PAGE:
Make us your home page
Instagram

Today’s top headlines delivered to you daily.

(View our Privacy Policy)

Senate's aging power brokers seeking re-election

WASHINGTON — Millennials have emerged as the nation's largest living generation yet that demographic shift isn't reflected in the upper reaches of the Republican-controlled Senate, where the body's oldest members are the power brokers.

And several are asking voters for new six-year terms.

At 82, Chuck Grassley wants Iowans to send him back to the Senate for a seventh time. The Republican chairman of the Judiciary Committee pitches his seniority as a plus, telling voters he gives them a "big voice at the policymaking tables" in Washington.

Arizona's John McCain, the 79-year-old chairman of the Armed Services Committee, also is running for re-election. So are Richard Shelby of Alabama, the Banking, Housing and Urban Affairs Committee chairman who turned 82 on Friday, and 71-year-old Johnny Isakson of Georgia, who leads the Veterans' Affairs Committee and the Senate's ethics panel.

Other committees are controlled by senior Republicans whose terms don't end for at least a few more years. Orrin Hatch of Utah, the chairman of the Finance Committee, is 82 and has been a senator since 1977 — the same year Jimmy Carter was inaugurated as president, Elvis Presley died and the first Stars Wars movie came out.

Oklahoma's James Inhofe is 81 and heads the Environment and Public Works Committee. Pat Roberts of Kansas, 80, runs the Agriculture Committee and 78-year-old Thad Cochran of Mississippi leads the powerful Appropriations Committee. At 75, Lamar Alexander of Tennessee is chairman of the Health, Education, Labor and Pensions Committee.

Senate Majority Leader Mitch McConnell of Kentucky is 74.

Three senior Democrats have opted to retire at the end of the year: Minority Leader Harry Reid of Nevada, who is 76, along with Maryland's Barbara Mikulski, 79, and California's Barbara Boxer, 75.

But Vermont Democrat Patrick Leahy, 76, is running for another term. Leahy, first elected in 1974, has been in office longer than any other currently serving senator — 41 years. He's the top Democrat on the Judiciary Committee.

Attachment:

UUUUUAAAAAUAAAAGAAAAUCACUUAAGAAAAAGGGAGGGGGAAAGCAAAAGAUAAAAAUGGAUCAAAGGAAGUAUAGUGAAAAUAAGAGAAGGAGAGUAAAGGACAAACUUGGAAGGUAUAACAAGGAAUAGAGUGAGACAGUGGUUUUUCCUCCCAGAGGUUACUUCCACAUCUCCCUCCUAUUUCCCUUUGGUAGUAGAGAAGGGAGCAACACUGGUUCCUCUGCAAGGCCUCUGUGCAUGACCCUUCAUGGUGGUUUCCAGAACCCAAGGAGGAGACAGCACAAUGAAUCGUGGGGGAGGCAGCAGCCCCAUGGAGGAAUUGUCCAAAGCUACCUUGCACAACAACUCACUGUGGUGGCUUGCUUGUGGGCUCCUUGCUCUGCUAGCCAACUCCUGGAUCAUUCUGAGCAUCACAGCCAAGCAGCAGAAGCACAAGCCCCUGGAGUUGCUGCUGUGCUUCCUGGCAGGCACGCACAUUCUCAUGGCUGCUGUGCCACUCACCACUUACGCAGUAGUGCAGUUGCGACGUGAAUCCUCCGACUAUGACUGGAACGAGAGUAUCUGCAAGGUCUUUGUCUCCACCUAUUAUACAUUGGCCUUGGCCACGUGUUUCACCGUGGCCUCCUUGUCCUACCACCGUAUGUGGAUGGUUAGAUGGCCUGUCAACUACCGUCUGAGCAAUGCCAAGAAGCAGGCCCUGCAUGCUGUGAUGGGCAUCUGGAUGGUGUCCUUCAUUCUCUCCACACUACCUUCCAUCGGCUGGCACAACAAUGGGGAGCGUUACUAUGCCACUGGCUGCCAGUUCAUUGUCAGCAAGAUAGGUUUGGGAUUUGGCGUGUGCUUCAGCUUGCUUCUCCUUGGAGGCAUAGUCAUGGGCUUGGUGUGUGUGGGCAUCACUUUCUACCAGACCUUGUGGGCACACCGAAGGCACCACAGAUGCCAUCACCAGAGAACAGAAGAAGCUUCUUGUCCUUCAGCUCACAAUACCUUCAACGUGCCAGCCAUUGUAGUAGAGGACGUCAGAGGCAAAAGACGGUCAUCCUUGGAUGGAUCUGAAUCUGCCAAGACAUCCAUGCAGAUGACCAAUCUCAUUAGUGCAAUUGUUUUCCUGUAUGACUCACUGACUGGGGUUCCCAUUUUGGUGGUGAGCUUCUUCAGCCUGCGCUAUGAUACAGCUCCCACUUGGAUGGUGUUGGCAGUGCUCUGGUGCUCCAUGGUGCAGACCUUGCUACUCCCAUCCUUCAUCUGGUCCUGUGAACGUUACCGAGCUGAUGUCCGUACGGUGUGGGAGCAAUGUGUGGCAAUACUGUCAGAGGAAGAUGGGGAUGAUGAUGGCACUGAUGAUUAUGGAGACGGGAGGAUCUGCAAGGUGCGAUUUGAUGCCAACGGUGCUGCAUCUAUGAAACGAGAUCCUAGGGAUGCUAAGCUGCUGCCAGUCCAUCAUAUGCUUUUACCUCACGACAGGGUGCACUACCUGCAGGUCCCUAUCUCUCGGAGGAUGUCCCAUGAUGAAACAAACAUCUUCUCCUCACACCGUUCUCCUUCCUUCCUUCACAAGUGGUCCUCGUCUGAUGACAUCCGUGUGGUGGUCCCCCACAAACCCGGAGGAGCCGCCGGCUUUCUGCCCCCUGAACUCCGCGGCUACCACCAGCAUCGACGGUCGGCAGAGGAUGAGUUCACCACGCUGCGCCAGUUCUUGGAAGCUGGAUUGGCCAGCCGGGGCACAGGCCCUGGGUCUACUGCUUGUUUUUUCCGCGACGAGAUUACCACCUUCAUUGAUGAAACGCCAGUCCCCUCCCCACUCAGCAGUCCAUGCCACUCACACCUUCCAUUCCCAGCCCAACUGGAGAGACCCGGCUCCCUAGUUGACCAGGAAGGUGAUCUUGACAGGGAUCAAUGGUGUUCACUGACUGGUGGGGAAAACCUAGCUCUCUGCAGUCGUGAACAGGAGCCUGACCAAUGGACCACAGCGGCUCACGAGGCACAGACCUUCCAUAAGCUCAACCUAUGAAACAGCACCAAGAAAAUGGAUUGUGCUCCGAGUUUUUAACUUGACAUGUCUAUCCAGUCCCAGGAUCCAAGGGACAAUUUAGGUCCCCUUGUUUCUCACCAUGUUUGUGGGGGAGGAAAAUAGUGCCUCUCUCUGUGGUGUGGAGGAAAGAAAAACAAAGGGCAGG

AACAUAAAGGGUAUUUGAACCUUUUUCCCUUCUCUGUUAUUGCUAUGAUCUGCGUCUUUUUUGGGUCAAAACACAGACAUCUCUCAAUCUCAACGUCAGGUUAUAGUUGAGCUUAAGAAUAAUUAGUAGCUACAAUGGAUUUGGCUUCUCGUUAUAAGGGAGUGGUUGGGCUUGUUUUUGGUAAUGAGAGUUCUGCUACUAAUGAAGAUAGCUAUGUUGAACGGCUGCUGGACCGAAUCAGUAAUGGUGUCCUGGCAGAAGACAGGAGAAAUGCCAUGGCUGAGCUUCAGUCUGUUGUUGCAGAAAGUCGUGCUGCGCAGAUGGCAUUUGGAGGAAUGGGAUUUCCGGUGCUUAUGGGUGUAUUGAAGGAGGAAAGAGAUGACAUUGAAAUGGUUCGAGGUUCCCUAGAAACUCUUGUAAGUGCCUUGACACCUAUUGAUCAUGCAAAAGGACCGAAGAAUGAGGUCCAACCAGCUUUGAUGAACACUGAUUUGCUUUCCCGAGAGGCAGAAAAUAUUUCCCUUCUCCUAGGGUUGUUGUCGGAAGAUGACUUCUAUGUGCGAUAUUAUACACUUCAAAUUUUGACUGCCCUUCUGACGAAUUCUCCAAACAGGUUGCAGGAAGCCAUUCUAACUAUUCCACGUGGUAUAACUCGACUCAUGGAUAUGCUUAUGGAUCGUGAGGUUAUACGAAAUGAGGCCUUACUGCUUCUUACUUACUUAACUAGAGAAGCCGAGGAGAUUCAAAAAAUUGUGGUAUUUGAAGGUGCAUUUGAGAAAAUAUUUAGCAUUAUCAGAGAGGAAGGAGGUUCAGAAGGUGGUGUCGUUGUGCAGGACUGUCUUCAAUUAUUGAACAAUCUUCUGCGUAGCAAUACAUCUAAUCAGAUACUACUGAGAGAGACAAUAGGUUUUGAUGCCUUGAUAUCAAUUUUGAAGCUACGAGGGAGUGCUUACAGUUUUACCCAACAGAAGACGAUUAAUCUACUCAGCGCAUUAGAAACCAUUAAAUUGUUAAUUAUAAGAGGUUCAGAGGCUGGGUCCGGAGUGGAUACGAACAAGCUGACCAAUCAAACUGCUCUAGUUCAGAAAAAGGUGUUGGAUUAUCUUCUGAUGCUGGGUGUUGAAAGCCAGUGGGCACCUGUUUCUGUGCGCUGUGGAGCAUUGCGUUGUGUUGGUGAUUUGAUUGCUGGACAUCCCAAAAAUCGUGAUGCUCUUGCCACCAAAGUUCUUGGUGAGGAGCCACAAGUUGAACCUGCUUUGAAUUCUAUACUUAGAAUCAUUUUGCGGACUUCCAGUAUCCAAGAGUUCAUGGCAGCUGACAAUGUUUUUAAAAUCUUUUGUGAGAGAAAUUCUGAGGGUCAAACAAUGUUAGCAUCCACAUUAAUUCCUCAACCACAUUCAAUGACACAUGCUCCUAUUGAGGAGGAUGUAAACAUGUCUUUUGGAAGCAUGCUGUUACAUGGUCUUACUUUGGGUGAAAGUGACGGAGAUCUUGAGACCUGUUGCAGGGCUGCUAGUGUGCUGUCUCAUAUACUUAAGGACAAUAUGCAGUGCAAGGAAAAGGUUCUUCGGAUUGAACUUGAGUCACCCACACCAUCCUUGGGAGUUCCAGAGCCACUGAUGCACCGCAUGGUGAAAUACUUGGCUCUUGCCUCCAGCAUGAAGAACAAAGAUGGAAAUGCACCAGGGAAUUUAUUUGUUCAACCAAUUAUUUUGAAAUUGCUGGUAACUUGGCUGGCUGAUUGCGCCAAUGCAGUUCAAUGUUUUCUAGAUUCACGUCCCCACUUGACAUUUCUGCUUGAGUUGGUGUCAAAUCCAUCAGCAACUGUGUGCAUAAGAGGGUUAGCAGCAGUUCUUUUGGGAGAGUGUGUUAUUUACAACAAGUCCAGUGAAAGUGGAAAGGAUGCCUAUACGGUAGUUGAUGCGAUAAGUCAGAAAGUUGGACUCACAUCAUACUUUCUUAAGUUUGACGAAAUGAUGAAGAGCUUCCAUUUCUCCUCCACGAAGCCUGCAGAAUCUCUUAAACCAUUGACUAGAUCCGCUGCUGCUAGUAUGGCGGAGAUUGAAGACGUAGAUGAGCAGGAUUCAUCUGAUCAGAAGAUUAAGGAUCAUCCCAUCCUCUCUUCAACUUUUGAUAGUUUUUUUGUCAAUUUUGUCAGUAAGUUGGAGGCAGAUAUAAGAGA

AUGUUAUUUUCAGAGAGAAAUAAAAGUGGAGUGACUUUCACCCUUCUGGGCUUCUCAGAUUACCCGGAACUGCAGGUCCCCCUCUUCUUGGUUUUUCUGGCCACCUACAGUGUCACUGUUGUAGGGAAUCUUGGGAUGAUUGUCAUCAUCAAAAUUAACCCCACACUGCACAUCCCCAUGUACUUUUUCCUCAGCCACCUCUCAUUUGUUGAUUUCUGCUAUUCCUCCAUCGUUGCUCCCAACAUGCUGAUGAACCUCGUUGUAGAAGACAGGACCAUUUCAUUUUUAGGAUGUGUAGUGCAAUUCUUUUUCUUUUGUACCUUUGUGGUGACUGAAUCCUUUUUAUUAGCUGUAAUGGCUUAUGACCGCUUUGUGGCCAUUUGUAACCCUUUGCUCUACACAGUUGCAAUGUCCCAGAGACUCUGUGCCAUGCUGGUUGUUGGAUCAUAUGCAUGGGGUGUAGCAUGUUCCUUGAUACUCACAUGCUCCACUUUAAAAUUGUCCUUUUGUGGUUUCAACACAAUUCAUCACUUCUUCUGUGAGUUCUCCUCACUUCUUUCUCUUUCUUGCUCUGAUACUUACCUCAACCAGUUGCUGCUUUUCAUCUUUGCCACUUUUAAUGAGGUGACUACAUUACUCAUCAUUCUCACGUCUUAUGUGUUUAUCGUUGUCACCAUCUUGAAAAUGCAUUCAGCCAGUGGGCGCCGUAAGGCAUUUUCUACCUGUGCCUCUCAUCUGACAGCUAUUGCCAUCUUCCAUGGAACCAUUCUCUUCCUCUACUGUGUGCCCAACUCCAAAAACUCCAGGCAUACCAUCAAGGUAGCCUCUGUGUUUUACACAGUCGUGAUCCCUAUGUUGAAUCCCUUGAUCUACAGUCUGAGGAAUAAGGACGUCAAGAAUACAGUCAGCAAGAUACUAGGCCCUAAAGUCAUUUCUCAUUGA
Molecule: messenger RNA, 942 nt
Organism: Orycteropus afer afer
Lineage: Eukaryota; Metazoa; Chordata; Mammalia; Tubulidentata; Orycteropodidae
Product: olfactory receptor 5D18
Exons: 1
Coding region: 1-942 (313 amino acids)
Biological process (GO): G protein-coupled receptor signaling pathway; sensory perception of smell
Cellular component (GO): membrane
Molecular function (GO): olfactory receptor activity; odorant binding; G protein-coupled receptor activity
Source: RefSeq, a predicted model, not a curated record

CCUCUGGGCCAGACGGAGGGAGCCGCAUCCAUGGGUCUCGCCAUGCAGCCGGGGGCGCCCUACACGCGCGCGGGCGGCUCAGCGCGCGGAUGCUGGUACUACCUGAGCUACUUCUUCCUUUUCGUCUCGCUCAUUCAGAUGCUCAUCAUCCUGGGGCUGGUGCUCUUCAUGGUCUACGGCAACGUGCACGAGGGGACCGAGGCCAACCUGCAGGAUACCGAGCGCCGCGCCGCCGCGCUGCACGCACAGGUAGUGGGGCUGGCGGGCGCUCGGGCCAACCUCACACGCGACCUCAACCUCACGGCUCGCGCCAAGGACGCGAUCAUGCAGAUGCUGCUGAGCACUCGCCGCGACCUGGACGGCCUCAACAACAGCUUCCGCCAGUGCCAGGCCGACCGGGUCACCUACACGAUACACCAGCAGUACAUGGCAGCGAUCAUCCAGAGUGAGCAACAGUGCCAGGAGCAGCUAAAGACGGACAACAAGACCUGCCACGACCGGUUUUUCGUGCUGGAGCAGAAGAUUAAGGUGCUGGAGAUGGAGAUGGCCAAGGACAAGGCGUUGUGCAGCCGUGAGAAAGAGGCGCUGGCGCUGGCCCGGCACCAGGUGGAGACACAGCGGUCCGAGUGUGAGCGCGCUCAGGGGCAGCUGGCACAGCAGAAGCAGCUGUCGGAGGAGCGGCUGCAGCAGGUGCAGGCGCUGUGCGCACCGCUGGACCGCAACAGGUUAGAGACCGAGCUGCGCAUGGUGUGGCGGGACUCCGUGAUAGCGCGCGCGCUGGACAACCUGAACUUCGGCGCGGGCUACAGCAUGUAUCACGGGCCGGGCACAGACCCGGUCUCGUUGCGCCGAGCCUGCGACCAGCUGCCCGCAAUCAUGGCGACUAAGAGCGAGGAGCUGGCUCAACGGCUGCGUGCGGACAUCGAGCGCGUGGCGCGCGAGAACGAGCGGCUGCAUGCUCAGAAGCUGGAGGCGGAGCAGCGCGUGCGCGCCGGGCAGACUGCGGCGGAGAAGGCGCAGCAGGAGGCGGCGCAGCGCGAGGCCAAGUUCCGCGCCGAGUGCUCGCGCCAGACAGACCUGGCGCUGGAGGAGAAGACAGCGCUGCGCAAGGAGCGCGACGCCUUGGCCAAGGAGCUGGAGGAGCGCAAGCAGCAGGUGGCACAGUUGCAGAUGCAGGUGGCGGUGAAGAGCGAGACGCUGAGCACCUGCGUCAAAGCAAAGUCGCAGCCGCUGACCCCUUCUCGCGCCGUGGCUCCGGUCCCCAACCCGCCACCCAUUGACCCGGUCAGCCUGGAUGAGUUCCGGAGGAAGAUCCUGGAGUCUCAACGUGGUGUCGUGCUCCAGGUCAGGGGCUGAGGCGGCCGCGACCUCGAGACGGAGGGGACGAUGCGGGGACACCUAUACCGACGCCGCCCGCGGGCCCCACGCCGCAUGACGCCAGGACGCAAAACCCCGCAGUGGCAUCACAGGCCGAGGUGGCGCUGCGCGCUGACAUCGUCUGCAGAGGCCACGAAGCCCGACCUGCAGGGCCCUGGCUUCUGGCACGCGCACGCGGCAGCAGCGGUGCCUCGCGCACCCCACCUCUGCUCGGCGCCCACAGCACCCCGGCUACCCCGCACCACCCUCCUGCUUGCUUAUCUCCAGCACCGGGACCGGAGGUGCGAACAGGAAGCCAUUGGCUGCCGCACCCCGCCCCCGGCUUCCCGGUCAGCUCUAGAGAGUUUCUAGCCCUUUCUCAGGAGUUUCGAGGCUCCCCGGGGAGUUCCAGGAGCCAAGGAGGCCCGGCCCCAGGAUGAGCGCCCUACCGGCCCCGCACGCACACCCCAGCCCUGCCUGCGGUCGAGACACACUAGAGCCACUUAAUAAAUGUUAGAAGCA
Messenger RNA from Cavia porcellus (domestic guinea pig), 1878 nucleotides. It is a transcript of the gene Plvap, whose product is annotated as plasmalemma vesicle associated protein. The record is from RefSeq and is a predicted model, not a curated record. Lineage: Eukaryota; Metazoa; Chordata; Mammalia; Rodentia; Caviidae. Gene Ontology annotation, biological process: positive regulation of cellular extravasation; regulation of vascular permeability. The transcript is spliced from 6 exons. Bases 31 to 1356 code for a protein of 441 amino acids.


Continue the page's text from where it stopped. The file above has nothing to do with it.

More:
The average age of all senators actually has decreased from 63 to 61 since 2009 due to younger members from political parties being elected, according to the Congressional Research Service. The youngest are members of Generation X: Sens. Tom Cotton, R-Ark., who turns 39 on May 13, and Cory Gardner, R-Colo., 41.

Grassley isn't the oldest senator. He's a few months younger than Dianne Feinstein, a California Democrat, who turns 83 on June 22.

Senate's aging power brokers seeking re-election 05/08/16 [Last modified: Sunday, May 8, 2016 10:02pm]
Photo reprints | Article reprints

© 2017 Tampa Bay Times

    

Join the discussion: Click to view comments, add yours

Loading...
  1. Jordan Spieth wins British Open (w/ video)

    Golf

    SOUTHPORT, England — Someday, perhaps soon, there will be a plaque at Royal Birkdale for Jordan Spieth, much like the one off the 16th hole that celebrates Arnold Palmer and the 6-iron he slashed out of the rough in 1961 to win the British Open and usher in a new era of golf.

    Matt Kuchar plays out of the bunker on the 18th hole and finishes with bogey for 1-under 69. He had a one-shot lead after 13 holes.
  2. Fennelly: Brutal weekend could be start of something worse for Rays

    The Heater

    ST. PETERSBURG — Well, that was lovely.

    Brad Boxberger suffers his second loss in the three-game series, this time by allowing back-to-back homers in the eighth inning when called on to protect a 5-3 lead. “Just bad pitches,” he says.
  3. Wesley Chapel hockey camp impresses youth players, parents

    Lightning Strikes

    WESLEY CHAPEL — As a 17-year-old Triple-A hockey player, MacCallum Brown regularly plays against elite talent. As a Palm Harbor resident, he often has to travel to face that talent.

  4. Rays claim not to be panicking after third straight brutal loss to Rangers (w/ video)

    The Heater

    ST. PETERSBURG — There was no "here we go again" moment in the dugout as Rougned Odor's two-run homer in the eighth inning arced across Tropicana Field and toward the rightfield seats, even though when it landed, the score was tied and another late-inning Rays lead was blown.

    Rays third baseman Evan Longoria heads back to the dugout after fouling out in the ninth inning with the potential tying run on first.
  5. White House signals acceptance of Russia sanctions bill

    National

    WASHINGTON — The White House indicated Sunday that President Donald Trump would accept new legislation imposing sanctions on Russia and curtailing his authority to lift them on his own, a striking turnaround after a broad revolt in Congress by lawmakers of both parties who distrusted his friendly approach to …

    President Donald Trump’s ability to lift sanctions against Russia would be blocked.